1. Welcome to PlowSite. Notice a fresh look and new features? It’s now easier to share photos and videos, find popular topics fast, and enjoy expanded user profiles. If you have any questions, click HELP at the top or bottom of any page, or send an email to help@plowsite.com. We welcome your feedback.

    Dismiss Notice

What to Use on Sidewalks?

Discussion in 'Ice Management' started by rnblase, Sep 21, 2008.

  1. rnblase

    rnblase Senior Member
    Messages: 123

    Can any one help me select a product to use on sidewalks. The walks I have are brand new, they are next to a lake with fish and lots of new landscaping. Approximately 58,000 sq.ft
    I need something to melt snow and ice without hurting the concrete, plants, or fish in the lake.
    Any help would be appreciated.

  2. grandview

    grandview PlowSite Fanatic
    Messages: 14,609

    Product Description
    Begins melting immediately upon impact!

    Home Use: Contains calcium chloride that makes this de-icer melts ice & snow quicker! You have to apply less times than rock salt. Use it like any other salt de-icer! Safe on streets, driveways, sidewalks, steps and the environment! Doesn’t track… and it’s odourless and colourless!

    Car Use: Road Runner Ice Melt provides quick melting on ice or in snow. It effectively melts ice and snow down to –23°C! Just store in your car truck for additional weight!

    ROAD RUNNER always has the advantage Contains calcium chloride – the fastest dry de-icer on the market. Begins melting immediately upon impact – generates melting heat fast. Effectively melts ice down to -23°C. Needs fewer applications than rock salt. Safe on streets, driveways, sidewalks, steps and the environment – when applied correctly. Doesn't track – it's colourless and odourless. ROAD RUNNER Clears the way National distribution

  3. rnblase

    rnblase Senior Member
    Messages: 123

    Thank you for your suggestion, but I can not use a product that contains salt.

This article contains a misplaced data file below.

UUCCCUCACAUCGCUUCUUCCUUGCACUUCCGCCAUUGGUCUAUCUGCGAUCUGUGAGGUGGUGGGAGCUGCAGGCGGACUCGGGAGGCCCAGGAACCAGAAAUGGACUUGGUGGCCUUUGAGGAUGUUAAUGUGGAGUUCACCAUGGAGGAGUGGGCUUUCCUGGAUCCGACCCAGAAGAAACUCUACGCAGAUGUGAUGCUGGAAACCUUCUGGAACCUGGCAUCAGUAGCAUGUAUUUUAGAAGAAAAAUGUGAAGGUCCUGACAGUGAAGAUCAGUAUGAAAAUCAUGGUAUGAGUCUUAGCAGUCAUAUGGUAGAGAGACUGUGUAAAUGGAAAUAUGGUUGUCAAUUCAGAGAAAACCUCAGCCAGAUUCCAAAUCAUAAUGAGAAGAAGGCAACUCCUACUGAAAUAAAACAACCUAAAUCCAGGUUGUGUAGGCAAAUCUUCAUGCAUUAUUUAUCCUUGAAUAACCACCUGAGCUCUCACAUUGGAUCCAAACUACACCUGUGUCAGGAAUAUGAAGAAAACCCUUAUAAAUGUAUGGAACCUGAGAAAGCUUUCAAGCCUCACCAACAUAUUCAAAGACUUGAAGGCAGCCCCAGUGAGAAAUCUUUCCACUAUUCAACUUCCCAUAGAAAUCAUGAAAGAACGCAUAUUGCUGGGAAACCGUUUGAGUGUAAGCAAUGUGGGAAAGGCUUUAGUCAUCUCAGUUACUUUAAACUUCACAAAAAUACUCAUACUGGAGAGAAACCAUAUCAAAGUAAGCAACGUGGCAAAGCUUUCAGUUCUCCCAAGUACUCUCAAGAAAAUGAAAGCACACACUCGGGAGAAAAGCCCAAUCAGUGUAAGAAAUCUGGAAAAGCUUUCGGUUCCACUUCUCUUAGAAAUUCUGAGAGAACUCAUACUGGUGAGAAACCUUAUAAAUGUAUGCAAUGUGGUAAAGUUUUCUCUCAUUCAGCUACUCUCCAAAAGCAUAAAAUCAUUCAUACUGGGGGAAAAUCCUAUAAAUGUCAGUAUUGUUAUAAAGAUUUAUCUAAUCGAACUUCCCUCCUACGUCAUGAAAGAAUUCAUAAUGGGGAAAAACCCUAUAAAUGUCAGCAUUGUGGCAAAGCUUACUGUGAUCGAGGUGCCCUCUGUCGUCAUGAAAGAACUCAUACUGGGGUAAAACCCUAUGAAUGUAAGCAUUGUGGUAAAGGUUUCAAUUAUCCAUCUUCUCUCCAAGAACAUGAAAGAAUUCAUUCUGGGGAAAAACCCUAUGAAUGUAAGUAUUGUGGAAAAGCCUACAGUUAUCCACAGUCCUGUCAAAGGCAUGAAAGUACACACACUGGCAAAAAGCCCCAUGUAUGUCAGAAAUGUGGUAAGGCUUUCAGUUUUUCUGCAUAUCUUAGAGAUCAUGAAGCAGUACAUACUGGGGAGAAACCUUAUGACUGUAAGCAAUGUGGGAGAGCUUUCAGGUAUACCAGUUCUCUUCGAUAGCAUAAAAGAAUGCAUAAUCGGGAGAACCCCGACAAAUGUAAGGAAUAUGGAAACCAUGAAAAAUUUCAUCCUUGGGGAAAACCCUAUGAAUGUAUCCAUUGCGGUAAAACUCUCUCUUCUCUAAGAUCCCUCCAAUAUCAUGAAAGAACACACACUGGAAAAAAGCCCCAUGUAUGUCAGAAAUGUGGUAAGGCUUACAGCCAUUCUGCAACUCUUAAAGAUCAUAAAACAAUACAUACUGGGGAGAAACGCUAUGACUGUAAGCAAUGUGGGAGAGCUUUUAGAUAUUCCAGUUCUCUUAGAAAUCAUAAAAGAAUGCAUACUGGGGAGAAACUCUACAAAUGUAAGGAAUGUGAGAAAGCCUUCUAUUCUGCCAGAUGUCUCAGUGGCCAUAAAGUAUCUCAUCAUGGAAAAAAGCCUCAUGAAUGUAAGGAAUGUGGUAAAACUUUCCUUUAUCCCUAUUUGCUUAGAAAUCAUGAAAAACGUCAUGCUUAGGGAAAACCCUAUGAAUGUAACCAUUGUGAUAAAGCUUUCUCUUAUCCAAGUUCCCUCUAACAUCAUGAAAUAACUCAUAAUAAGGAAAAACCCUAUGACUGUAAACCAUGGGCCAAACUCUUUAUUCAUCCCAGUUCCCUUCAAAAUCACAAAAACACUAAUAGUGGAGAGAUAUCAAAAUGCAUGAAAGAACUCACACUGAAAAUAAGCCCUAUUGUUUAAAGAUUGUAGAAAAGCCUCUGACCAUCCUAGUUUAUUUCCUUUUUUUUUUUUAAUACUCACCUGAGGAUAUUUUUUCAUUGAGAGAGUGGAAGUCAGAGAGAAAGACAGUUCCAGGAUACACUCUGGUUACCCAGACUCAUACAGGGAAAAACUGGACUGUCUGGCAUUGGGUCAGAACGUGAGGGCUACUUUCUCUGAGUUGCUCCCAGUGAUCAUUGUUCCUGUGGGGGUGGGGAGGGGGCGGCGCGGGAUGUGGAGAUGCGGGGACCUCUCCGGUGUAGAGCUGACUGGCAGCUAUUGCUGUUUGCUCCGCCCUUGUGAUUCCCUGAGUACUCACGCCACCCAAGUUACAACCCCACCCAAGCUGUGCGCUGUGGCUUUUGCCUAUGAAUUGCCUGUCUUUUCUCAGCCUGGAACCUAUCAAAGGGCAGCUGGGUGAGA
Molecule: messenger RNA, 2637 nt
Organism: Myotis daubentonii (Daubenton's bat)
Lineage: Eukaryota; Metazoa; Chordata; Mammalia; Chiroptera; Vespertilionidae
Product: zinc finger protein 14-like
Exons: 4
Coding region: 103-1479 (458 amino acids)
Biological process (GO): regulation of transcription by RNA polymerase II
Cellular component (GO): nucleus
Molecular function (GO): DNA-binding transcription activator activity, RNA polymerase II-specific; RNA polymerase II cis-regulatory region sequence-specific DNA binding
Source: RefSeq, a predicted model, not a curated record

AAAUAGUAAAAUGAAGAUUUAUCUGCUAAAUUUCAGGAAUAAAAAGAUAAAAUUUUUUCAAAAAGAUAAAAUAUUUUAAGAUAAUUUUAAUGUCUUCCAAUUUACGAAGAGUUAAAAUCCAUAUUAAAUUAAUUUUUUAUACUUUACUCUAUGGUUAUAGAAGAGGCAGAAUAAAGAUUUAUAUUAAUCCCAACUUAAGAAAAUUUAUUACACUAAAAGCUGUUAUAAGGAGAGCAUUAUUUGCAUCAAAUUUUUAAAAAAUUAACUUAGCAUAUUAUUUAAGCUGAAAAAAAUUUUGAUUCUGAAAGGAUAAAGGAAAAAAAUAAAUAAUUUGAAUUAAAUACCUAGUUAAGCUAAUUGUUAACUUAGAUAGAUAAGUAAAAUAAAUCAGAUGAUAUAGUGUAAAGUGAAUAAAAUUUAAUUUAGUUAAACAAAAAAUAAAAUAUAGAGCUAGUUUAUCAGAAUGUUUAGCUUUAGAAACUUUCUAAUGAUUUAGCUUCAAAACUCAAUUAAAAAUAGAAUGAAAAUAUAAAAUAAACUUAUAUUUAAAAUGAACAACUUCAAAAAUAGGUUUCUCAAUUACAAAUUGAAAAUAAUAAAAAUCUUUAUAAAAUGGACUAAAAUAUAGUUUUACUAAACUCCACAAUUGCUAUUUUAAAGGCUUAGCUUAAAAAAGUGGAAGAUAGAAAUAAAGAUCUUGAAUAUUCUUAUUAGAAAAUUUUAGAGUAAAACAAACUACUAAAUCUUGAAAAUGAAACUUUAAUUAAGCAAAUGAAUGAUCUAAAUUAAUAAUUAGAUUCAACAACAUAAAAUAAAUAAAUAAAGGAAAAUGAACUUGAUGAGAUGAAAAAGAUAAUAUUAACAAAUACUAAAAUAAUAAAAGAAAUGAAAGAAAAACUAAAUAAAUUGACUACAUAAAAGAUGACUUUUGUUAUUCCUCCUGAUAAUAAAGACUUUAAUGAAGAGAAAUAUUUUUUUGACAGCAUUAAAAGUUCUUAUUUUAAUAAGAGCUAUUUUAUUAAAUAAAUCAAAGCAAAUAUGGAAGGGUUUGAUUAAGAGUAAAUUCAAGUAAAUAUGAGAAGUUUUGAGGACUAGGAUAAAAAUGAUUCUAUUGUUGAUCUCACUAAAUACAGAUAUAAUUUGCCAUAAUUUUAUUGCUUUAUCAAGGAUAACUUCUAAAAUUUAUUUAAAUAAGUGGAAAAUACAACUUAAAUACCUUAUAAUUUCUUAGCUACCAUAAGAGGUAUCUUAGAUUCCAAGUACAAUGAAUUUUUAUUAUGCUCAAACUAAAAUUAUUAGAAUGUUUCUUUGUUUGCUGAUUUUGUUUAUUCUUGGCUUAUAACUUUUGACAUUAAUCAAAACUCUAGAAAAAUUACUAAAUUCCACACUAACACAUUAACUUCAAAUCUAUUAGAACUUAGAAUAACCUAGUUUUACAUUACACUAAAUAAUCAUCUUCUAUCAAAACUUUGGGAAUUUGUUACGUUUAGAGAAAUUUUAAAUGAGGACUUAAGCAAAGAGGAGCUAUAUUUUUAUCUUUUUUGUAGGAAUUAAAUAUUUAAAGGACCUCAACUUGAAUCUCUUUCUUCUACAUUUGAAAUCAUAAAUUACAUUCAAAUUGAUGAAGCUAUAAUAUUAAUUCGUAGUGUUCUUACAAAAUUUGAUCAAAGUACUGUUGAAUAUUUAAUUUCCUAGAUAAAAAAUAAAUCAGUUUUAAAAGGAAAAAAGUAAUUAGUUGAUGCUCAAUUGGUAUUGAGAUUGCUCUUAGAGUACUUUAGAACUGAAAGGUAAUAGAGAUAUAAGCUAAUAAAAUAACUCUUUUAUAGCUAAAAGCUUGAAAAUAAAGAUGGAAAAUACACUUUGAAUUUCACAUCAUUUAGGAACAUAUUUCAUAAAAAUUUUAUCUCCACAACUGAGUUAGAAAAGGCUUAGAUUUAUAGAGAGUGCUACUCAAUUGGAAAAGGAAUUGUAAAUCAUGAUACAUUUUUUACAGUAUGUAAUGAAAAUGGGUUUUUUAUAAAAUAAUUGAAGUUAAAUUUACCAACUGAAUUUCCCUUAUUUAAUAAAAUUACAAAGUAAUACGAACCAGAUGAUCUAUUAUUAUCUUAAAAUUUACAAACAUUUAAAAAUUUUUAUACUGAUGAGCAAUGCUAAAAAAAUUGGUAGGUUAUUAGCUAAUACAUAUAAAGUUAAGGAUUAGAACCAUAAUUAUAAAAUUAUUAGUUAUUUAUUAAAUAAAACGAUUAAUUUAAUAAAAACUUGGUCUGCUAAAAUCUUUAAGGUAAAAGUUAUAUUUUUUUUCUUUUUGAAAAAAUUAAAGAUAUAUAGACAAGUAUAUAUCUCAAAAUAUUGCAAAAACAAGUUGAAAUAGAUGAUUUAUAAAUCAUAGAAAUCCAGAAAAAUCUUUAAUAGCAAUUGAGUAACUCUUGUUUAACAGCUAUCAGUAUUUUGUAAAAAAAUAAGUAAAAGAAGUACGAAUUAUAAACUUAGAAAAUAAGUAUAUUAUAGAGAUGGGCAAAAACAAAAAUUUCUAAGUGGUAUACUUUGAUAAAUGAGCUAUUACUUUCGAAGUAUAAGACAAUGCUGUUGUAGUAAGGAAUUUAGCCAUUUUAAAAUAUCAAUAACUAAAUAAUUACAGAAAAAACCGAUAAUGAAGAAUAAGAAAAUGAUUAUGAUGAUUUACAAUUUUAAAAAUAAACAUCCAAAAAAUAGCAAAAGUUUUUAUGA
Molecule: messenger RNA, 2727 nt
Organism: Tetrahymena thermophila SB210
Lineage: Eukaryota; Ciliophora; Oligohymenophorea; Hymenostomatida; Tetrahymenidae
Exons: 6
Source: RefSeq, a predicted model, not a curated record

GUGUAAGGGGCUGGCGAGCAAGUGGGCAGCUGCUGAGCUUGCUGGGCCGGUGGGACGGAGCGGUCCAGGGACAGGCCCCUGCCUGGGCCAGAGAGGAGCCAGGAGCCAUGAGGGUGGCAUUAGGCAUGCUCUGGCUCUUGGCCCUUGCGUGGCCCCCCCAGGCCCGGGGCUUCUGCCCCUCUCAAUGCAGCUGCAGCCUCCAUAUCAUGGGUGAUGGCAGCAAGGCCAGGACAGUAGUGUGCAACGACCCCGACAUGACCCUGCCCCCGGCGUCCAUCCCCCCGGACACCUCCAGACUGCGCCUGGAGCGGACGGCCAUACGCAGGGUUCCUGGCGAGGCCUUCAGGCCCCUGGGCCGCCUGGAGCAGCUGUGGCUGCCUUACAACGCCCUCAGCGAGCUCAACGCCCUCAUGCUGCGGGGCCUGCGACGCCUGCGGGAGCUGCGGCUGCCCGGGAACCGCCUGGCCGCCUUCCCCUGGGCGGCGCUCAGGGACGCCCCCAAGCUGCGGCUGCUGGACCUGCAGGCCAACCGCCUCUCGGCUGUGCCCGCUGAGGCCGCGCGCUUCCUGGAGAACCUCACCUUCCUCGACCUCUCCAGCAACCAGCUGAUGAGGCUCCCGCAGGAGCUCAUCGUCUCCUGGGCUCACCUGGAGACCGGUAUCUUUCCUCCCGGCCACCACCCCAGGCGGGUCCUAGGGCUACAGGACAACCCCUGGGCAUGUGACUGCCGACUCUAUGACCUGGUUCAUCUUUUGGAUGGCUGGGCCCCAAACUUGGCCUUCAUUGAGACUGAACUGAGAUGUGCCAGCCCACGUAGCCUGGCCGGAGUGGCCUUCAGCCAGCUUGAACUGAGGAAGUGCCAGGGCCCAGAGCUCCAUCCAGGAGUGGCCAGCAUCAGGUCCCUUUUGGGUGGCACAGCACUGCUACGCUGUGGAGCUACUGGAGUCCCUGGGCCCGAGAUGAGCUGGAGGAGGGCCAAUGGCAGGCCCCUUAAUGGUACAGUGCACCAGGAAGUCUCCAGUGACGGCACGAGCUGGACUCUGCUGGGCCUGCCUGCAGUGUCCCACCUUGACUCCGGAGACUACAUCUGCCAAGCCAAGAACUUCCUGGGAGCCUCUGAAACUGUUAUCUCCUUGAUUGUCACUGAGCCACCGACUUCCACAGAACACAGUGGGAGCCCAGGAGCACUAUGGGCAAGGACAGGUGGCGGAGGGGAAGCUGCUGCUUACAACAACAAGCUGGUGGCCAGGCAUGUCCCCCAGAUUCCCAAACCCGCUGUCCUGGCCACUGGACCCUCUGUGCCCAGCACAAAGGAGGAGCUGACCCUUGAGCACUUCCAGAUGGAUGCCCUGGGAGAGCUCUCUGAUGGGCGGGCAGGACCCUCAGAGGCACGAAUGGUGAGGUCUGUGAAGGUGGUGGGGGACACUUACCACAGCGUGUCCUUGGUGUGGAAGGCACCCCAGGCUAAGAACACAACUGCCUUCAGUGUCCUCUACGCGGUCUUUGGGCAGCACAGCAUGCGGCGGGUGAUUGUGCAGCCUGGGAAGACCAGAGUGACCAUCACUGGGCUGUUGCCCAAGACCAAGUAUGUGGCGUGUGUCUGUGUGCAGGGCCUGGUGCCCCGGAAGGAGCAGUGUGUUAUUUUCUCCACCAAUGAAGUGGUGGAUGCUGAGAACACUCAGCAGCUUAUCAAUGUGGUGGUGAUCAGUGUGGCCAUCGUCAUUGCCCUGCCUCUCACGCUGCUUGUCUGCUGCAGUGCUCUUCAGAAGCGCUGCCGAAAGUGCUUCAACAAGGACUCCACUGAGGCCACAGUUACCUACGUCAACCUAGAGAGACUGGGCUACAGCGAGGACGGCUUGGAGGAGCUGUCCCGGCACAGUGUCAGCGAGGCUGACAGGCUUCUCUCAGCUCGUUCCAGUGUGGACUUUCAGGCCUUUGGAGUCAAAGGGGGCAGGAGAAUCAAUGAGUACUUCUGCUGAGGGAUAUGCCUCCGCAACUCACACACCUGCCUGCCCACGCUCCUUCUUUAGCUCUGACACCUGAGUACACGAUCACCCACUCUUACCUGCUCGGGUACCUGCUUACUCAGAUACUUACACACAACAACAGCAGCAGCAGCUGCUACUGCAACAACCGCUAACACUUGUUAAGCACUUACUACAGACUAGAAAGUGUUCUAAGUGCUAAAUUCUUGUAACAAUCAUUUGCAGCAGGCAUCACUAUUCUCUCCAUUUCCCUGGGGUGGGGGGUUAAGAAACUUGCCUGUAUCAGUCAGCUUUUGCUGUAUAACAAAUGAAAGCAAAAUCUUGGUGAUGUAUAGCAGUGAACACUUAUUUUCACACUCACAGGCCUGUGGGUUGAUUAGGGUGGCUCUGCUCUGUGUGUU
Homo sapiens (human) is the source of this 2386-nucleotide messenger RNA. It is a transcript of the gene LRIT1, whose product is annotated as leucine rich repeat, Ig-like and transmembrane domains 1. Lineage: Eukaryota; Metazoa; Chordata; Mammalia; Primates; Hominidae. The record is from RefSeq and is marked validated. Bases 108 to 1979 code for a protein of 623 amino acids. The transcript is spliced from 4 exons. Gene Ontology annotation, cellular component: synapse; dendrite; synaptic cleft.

4. scottL

    scottL PlowSite.com Addict
    Messages: 1,613

    I've used the road runner salt for a while - it really does start melting on contact. The down side are the bags are only 40# and they are running $9 a bag from lowes. I can't find any other resource for buying them at the or near the price of a 50# of the regular rock salt which goes for $3.82.
  5. cretebaby

    cretebaby PlowSite Veteran
    Messages: 4,162

    i have made my own mixes in the past for a fraction of the cost since most of these ice melter are just a combination of salt and 1 or 2 key products like calcium
  6. elite1msmith

    elite1msmith 2000 Club Member
    from chicago
    Messages: 2,762

    just use straigh calcuim, =espensive or urea = cheaper, but doesnt work as well
  7. grandview

    grandview PlowSite Fanatic
    Messages: 14,609

    There is no salt in this.

    I used this on new sidewalks too.
  8. DKG

    DKG Senior Member
    Messages: 199

    cannot use a product that contains salt meaning sodium or meaning chlorides? If you cannot use chlorides (sodium,calcium,mag,potacium) then you are limited to acetates which are pricey.
    Would liquids be an option?
  9. PerfiCut Inc.

    PerfiCut Inc. Senior Member
    from Eastern
    Messages: 161

    I tried a calcium brine liquid application last year, as we were testing a few sample products for our liquid anti icing treatments. Found that the liquid calcium using pelladow cuased more sparring of the concrete than strait salt. Also, found that the salt brine did no damage at all.
  10. ford6.9

    ford6.9 Senior Member
    Messages: 452

  11. sherwin

    sherwin Member
    Messages: 46

    As DKG stated Acetates are the only product that will not attack or harm new concrete. The problem is they are so expensive, nobody can afford them. Some chlorides are safer- heck water alone can seep into the pores and cause sparring. We've had so many issues with new concrete we only use sand for traction. Usually the sun will allow for melting and scraping within a couple of days. Double sealing the concrete may help. If it comes down to the property needing to be clear-get it in writing that you are not responsible for any damage caused by ice melt products.